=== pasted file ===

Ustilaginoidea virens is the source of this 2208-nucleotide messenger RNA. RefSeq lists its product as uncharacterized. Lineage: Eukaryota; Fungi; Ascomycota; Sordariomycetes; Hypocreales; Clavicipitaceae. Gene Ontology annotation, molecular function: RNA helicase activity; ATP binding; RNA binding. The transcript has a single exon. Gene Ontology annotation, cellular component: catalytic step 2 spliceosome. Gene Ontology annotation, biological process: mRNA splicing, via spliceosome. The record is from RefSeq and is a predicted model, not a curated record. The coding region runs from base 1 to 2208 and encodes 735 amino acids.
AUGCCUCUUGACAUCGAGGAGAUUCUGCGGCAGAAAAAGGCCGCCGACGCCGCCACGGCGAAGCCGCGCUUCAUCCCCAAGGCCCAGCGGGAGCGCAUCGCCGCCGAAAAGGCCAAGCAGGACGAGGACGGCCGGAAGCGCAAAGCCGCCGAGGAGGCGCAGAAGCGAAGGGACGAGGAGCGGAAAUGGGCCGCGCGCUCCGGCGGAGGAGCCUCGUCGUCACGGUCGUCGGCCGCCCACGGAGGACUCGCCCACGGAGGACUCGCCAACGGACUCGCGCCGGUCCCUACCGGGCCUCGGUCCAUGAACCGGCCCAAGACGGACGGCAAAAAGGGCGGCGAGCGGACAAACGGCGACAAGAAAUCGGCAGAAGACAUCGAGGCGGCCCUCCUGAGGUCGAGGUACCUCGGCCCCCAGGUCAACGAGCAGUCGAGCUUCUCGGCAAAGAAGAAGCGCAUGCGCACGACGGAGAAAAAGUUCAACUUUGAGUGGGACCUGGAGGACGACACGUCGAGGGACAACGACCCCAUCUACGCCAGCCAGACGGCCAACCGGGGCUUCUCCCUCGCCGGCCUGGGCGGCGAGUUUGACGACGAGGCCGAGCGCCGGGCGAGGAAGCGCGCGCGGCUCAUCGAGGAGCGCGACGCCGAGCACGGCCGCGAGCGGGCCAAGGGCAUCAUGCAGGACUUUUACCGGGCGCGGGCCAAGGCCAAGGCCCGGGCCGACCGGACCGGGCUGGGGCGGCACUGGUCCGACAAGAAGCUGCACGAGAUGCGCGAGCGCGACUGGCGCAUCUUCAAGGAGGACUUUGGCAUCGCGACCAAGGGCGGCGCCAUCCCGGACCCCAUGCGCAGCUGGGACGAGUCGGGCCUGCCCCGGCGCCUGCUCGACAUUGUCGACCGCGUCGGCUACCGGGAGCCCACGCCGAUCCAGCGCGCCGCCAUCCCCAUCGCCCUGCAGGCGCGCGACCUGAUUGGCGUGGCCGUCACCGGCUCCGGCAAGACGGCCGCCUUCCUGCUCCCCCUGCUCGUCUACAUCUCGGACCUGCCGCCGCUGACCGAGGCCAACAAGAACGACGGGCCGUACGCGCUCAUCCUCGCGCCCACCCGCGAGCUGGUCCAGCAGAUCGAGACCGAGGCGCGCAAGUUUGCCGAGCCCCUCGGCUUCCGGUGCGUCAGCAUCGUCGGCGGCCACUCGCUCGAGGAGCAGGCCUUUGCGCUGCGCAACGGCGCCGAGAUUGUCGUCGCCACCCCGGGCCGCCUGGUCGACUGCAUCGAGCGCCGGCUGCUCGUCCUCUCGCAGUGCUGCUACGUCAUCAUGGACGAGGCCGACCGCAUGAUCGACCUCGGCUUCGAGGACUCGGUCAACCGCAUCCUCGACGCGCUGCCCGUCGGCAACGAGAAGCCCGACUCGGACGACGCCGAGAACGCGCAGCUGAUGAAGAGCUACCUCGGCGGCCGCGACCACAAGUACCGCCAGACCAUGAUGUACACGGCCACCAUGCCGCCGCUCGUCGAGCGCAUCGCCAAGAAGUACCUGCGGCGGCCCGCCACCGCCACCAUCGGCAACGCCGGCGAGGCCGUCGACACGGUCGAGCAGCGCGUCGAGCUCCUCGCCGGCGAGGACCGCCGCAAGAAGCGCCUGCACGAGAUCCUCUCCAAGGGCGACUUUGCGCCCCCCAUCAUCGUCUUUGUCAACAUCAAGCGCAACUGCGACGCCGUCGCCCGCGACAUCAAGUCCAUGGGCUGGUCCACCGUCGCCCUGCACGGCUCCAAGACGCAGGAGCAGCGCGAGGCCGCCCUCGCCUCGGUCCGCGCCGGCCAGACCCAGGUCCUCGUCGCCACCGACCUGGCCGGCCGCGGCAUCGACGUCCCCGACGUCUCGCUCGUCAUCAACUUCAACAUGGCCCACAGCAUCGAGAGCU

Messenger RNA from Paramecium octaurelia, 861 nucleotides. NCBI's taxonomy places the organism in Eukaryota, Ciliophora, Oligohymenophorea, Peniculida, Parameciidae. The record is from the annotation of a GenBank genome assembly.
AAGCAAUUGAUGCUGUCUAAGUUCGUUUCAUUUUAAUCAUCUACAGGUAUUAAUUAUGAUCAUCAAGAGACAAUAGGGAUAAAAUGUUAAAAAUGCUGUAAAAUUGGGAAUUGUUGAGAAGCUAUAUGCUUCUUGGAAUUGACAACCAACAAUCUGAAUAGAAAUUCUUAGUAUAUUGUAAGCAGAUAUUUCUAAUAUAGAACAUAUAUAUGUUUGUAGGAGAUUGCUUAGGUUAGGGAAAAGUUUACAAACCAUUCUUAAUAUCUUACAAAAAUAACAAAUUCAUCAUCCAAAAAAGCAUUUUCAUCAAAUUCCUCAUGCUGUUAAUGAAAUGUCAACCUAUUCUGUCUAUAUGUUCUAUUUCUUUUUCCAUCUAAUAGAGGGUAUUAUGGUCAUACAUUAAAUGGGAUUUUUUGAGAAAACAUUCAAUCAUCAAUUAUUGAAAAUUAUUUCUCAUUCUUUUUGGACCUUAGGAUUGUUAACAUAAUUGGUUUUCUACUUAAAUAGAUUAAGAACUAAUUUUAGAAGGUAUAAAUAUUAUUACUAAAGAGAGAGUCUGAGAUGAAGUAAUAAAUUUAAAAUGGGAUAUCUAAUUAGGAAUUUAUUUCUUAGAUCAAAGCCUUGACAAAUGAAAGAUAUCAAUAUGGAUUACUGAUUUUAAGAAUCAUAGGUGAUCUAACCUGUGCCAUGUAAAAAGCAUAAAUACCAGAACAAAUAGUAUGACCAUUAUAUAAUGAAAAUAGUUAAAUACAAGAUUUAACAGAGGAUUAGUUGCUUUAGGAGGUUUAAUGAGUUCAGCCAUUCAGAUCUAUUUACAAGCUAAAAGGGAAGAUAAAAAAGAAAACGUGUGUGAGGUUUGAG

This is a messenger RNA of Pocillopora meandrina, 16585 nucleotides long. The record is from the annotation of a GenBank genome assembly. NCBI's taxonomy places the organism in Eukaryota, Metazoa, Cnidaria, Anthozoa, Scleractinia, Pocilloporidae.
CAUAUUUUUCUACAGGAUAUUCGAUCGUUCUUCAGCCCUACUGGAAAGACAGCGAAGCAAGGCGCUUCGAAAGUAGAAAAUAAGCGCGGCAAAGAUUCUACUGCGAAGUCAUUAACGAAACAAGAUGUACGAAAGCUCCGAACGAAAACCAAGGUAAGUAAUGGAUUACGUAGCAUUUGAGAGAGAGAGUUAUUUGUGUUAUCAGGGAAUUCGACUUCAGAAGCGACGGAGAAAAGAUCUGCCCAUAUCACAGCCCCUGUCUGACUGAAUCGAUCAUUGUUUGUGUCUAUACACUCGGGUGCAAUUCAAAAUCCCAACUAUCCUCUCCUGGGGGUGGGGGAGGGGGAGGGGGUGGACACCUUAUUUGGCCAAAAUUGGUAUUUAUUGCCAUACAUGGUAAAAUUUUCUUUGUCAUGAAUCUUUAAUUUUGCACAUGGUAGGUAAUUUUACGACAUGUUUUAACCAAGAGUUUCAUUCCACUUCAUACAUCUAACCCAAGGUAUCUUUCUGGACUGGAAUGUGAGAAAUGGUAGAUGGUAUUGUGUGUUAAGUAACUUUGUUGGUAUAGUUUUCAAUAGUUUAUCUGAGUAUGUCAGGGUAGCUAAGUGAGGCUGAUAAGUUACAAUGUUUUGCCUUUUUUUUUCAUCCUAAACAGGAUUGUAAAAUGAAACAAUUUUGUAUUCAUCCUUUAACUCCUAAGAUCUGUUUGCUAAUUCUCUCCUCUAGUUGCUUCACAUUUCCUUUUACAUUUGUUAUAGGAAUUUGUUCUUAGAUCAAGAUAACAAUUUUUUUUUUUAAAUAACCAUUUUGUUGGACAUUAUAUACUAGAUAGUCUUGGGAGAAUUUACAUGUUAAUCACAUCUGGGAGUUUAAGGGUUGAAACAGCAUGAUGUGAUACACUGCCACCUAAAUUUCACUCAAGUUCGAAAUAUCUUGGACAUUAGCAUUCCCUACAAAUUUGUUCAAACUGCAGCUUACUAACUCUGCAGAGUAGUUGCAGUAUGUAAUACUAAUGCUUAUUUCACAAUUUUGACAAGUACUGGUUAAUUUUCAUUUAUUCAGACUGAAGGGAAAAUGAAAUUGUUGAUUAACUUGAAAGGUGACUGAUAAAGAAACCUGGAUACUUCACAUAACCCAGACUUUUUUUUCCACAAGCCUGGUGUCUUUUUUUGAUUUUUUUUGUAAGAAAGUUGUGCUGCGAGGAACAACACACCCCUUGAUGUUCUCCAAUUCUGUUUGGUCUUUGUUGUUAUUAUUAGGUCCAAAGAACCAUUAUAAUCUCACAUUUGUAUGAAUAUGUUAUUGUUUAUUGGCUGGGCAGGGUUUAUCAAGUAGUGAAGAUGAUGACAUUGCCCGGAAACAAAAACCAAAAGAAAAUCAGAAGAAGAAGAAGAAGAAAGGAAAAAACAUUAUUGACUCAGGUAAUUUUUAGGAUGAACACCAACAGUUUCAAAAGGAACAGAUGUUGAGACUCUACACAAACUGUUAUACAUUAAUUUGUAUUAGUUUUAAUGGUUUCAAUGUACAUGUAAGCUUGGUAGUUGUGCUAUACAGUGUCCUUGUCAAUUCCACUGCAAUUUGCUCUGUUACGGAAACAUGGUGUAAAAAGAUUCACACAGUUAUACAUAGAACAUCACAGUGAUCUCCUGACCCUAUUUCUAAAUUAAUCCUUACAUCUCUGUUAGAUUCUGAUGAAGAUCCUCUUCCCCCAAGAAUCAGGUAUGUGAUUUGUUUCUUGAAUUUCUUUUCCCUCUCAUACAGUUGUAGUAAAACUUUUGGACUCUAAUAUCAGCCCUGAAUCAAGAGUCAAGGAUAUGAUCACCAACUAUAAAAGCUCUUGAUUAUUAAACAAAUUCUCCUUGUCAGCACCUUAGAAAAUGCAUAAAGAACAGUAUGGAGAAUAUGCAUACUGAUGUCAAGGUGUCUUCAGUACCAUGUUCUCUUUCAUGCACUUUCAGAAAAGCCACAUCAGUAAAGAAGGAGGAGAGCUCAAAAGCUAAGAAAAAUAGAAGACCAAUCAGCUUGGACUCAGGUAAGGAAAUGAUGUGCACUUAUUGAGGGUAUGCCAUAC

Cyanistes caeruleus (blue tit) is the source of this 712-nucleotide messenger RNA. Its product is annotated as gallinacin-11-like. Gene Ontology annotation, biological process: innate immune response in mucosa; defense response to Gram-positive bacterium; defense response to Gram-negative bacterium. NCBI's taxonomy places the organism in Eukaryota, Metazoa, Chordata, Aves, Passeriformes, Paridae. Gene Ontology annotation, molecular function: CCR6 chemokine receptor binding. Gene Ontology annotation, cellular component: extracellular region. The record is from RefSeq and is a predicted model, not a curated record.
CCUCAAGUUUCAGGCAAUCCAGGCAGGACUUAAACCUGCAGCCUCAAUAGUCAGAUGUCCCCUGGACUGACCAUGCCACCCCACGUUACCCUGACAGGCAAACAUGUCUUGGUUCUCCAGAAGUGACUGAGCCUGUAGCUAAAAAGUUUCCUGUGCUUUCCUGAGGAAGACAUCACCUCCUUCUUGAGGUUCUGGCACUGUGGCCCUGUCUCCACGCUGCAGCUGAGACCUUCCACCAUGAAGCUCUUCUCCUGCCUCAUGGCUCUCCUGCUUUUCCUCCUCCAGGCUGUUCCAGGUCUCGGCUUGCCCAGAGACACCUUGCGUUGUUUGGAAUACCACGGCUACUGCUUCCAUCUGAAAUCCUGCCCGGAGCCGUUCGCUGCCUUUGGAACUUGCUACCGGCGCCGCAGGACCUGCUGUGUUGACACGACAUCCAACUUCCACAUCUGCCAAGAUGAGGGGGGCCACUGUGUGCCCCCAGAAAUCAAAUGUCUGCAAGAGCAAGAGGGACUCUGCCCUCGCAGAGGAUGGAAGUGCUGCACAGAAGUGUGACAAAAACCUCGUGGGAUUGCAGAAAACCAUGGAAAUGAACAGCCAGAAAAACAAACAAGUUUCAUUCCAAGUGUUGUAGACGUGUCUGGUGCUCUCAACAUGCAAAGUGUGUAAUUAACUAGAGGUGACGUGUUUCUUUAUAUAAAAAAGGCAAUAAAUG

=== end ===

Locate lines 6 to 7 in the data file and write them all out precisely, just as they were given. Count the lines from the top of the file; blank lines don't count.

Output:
CAUAUUUUUCUACAGGAUAUUCGAUCGUUCUUCAGCCCUACUGGAAAGACAGCGAAGCAAGGCGCUUCGAAAGUAGAAAAUAAGCGCGGCAAAGAUUCUACUGCGAAGUCAUUAACGAAACAAGAUGUACGAAAGCUCCGAACGAAAACCAAGGUAAGUAAUGGAUUACGUAGCAUUUGAGAGAGAGAGUUAUUUGUGUUAUCAGGGAAUUCGACUUCAGAAGCGACGGAGAAAAGAUCUGCCCAUAUCACAGCCCCUGUCUGACUGAAUCGAUCAUUGUUUGUGUCUAUACACUCGGGUGCAAUUCAAAAUCCCAACUAUCCUCUCCUGGGGGUGGGGGAGGGGGAGGGGGUGGACACCUUAUUUGGCCAAAAUUGGUAUUUAUUGCCAUACAUGGUAAAAUUUUCUUUGUCAUGAAUCUUUAAUUUUGCACAUGGUAGGUAAUUUUACGACAUGUUUUAACCAAGAGUUUCAUUCCACUUCAUACAUCUAACCCAAGGUAUCUUUCUGGACUGGAAUGUGAGAAAUGGUAGAUGGUAUUGUGUGUUAAGUAACUUUGUUGGUAUAGUUUUCAAUAGUUUAUCUGAGUAUGUCAGGGUAGCUAAGUGAGGCUGAUAAGUUACAAUGUUUUGCCUUUUUUUUUCAUCCUAAACAGGAUUGUAAAAUGAAACAAUUUUGUAUUCAUCCUUUAACUCCUAAGAUCUGUUUGCUAAUUCUCUCCUCUAGUUGCUUCACAUUUCCUUUUACAUUUGUUAUAGGAAUUUGUUCUUAGAUCAAGAUAACAAUUUUUUUUUUUAAAUAACCAUUUUGUUGGACAUUAUAUACUAGAUAGUCUUGGGAGAAUUUACAUGUUAAUCACAUCUGGGAGUUUAAGGGUUGAAACAGCAUGAUGUGAUACACUGCCACCUAAAUUUCACUCAAGUUCGAAAUAUCUUGGACAUUAGCAUUCCCUACAAAUUUGUUCAAACUGCAGCUUACUAACUCUGCAGAGUAGUUGCAGUAUGUAAUACUAAUGCUUAUUUCACAAUUUUGACAAGUACUGGUUAAUUUUCAUUUAUUCAGACUGAAGGGAAAAUGAAAUUGUUGAUUAACUUGAAAGGUGACUGAUAAAGAAACCUGGAUACUUCACAUAACCCAGACUUUUUUUUCCACAAGCCUGGUGUCUUUUUUUGAUUUUUUUUGUAAGAAAGUUGUGCUGCGAGGAACAACACACCCCUUGAUGUUCUCCAAUUCUGUUUGGUCUUUGUUGUUAUUAUUAGGUCCAAAGAACCAUUAUAAUCUCACAUUUGUAUGAAUAUGUUAUUGUUUAUUGGCUGGGCAGGGUUUAUCAAGUAGUGAAGAUGAUGACAUUGCCCGGAAACAAAAACCAAAAGAAAAUCAGAAGAAGAAGAAGAAGAAAGGAAAAAACAUUAUUGACUCAGGUAAUUUUUAGGAUGAACACCAACAGUUUCAAAAGGAACAGAUGUUGAGACUCUACACAAACUGUUAUACAUUAAUUUGUAUUAGUUUUAAUGGUUUCAAUGUACAUGUAAGCUUGGUAGUUGUGCUAUACAGUGUCCUUGUCAAUUCCACUGCAAUUUGCUCUGUUACGGAAACAUGGUGUAAAAAGAUUCACACAGUUAUACAUAGAACAUCACAGUGAUCUCCUGACCCUAUUUCUAAAUUAAUCCUUACAUCUCUGUUAGAUUCUGAUGAAGAUCCUCUUCCCCCAAGAAUCAGGUAUGUGAUUUGUUUCUUGAAUUUCUUUUCCCUCUCAUACAGUUGUAGUAAAACUUUUGGACUCUAAUAUCAGCCCUGAAUCAAGAGUCAAGGAUAUGAUCACCAACUAUAAAAGCUCUUGAUUAUUAAACAAAUUCUCCUUGUCAGCACCUUAGAAAAUGCAUAAAGAACAGUAUGGAGAAUAUGCAUACUGAUGUCAAGGUGUCUUCAGUACCAUGUUCUCUUUCAUGCACUUUCAGAAAAGCCACAUCAGUAAAGAAGGAGGAGAGCUCAAAAGCUAAGAAAAAUAGAAGACCAAUCAGCUUGGACUCAGGUAAGGAAAUGAUGUGCACUUAUUGAGGGUAUGCCAUAC

Cyanistes caeruleus (blue tit) is the source of this 712-nucleotide messenger RNA. Its product is annotated as gallinacin-11-like. Gene Ontology annotation, biological process: innate immune response in mucosa; defense response to Gram-positive bacterium; defense response to Gram-negative bacterium. NCBI's taxonomy places the organism in Eukaryota, Metazoa, Chordata, Aves, Passeriformes, Paridae. Gene Ontology annotation, molecular function: CCR6 chemokine receptor binding. Gene Ontology annotation, cellular component: extracellular region. The record is from RefSeq and is a predicted model, not a curated record.